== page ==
St Aelred on Pentecost

A few days ago we sent Christ on ahead to the heavenly kingdom, so that in all fairness we might have in return whatever heaven held that should be sweet to our desire. The full sweetness of earth is Christ’s human nature; the full sweetness of heaven Christ’s (divine) Spirit. Thus a more profitable bargain was struck: Christ’s human nature ascended from us to heaven, and on us today Christ’s Spirit has come down. …

To be sure, the Holy Spirit was given to the disciples before our Lords’s ascension when he said “Receive the Holy Spirit: if you forgive anyon’e sins, they are forgiven; if you declare them unforgiven, unforgiven they remain”; but before the day of Pentecost the Spirit’s voice was still in a sense unheard. From this day onward, however, the voice of the Lord has resounded over the waters; … [it] speaks with strength… in majesty… [it] fells the cedars …[and] strikes flaring fire … [and] shakes the desert … and all will cry out, ‘Glory’!”

[from a homily at Pentecost by St Aelred of Rievaulx]

Wonderful teaching. In Christ the full, created, sweetness of creation has entered into the life of God; in the Spirit the full, uncreated sweetness of the creating God has entered into us.

The Church does not have its birthday today so much as its coming of age, its barmitzvah. It was born with Noah, had its childhood in the history of Israel under prophets, judges, kings and oppressors, and now on Pentecost the Church, the new Israel, emerges from the old Israel, mature though not yet completed.

It is in this mature Body, the Church, that now the voice of the Spirit can be heard in clarity, with authority. But the Spirit makes does not make the Church his herald or spokesman. The Spirit establishes the Church as the Body of Christ, and its voice is the voice of the Spirit of Christ himself.

7 thoughts on “St Aelred on Pentecost

    1. Ah yes, the queering of St Aelred. Only in recent decades has St Alered been commandeered by the homosexual lobby as a patron. It stems from an anachronistic reading of his writings and of his biography by fellow monk, Walter Daniel. A few tenuous threads in these are woven together to create a tapestry that is actually quite threadbare.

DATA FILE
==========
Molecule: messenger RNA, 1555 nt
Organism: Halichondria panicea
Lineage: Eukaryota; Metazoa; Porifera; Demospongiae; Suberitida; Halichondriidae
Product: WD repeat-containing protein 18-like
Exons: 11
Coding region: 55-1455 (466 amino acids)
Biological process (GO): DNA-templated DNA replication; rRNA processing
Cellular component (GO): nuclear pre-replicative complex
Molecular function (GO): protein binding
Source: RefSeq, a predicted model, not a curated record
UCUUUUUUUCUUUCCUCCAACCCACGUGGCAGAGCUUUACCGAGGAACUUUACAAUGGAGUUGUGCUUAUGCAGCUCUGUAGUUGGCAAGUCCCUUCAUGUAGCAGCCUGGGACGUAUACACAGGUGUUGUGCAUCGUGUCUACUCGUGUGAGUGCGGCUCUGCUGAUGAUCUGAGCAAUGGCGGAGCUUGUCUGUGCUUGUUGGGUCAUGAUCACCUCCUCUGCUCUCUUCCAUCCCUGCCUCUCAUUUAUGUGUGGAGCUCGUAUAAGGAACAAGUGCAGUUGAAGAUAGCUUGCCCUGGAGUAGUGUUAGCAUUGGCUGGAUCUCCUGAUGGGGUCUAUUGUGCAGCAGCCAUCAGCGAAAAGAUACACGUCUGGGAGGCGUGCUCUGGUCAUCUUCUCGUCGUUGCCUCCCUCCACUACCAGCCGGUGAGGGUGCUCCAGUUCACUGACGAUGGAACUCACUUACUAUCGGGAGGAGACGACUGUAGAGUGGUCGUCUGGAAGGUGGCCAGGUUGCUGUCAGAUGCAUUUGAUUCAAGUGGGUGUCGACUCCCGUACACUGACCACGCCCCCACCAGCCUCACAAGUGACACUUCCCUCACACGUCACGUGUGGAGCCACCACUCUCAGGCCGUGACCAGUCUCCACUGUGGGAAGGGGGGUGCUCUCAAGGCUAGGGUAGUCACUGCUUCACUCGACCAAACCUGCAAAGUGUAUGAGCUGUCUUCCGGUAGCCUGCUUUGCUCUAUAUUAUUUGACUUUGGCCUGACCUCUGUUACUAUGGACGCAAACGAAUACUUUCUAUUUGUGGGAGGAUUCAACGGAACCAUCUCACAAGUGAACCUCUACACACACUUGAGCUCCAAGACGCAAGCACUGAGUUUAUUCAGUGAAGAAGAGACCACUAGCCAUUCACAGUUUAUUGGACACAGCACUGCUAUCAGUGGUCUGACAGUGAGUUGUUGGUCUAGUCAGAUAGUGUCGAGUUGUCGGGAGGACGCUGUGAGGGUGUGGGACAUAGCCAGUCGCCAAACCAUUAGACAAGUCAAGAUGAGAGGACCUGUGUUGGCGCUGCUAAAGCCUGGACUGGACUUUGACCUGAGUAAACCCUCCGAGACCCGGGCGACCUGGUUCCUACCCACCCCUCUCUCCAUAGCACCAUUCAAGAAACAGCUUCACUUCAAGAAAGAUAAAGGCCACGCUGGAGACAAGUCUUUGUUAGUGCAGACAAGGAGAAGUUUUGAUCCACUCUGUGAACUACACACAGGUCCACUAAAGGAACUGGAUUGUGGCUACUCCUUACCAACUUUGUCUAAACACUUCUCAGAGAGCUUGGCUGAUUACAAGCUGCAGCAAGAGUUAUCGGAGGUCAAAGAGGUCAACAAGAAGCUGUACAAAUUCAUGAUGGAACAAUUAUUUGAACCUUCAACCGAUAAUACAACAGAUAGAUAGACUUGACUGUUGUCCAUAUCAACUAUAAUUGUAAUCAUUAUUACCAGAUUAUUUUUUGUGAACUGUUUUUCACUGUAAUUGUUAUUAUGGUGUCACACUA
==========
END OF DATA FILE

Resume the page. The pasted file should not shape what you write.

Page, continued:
These threads include his attractiveness as a youth; his gift of making and keeping friends, and his classic treatise on true friendship, Spiritual Friendship; and his fulsome eulogy at the funeral of his monastic confrere and best friend, Simon.

      Certainly his praise of the relationship he had with Simon was florid. But if he was trying to hint at a homosexual relationship then he rather overdoes it. In fact, his words were in the tradition of the day, of florid spiritual writing such as we see in the writings of St Bernard. For men removed from the carnality of the world, such florid and emotive words have no taint and express the depth of a real human, yet chaste, love. To the pure, all things are pure.

      Of course there is an element in modern culture that seeks to taint all close friendship between those of the same sex with the hue of suppressed sexuality, or at least the sublimation of illegitimate sexual attraction. We have seen it also in the attempts to portray Jesus and John as mutually-attracted homosexuals. This is the stronger when such friendship has physical expression. In Italy, for example, it is very common to see young men kiss in greeting and stand with arms draped around each other. It does not indicate homosexual attraction, but rather an uninhibited expression of friendship.

      Sadly the effects of Puritanism and Victorian prudishness linger beneath the surface of our culture, making physical expression of friendship automatically suspect. On the one hand it degrades real friendship and inhibits its healthy physical expression. On the other it serves as supposed evidence to support the homosexual lobby’s dubious claim that homosexuality is more widespread than has been accepted, and thus enhance their demand for equality in sexual rights. Such a claim can only be strengthened, they might feel, if they could paint Christian heroes like St Aelred, or even our Lord himself, as homosexuals.

      The Church-approved support group for those struggling with same-sex attraction, Integrity, has adopted St Aelred as patron saint, partly in an attempt to reclaim him for orthodox Christianity, but partly due to his teaching on true friendship; not because such friendship serves to channel sublimated sexual energy, but because St Aelred shows that a person rich in friendship is far better equipped to live a celibately chaste life. After all, most (if not all) sexual promiscuity and misbehaviour seems a desperate attempt to alleviate a deep and un-addressed loneliness.

      I hope this helps. Pax!


      1. Thank you Father Hugh, I appreciate this response. The HL has no idea the damage they cause to authentic male friendship. People like me avoid getting too close to other men because of the things you point out. Between the HL and Women’s Libbers males have very little change to enjoy true male friendship any more. Sad.


    1. Yes, it is a great pity that male friendship is not so free to exist in public in Anglo cultures. Maybe there would be less violence, binge drinking and chest thumping if males did not feel the pressure to maintain their masculinity. I may be wrong, but it is worth a thought.



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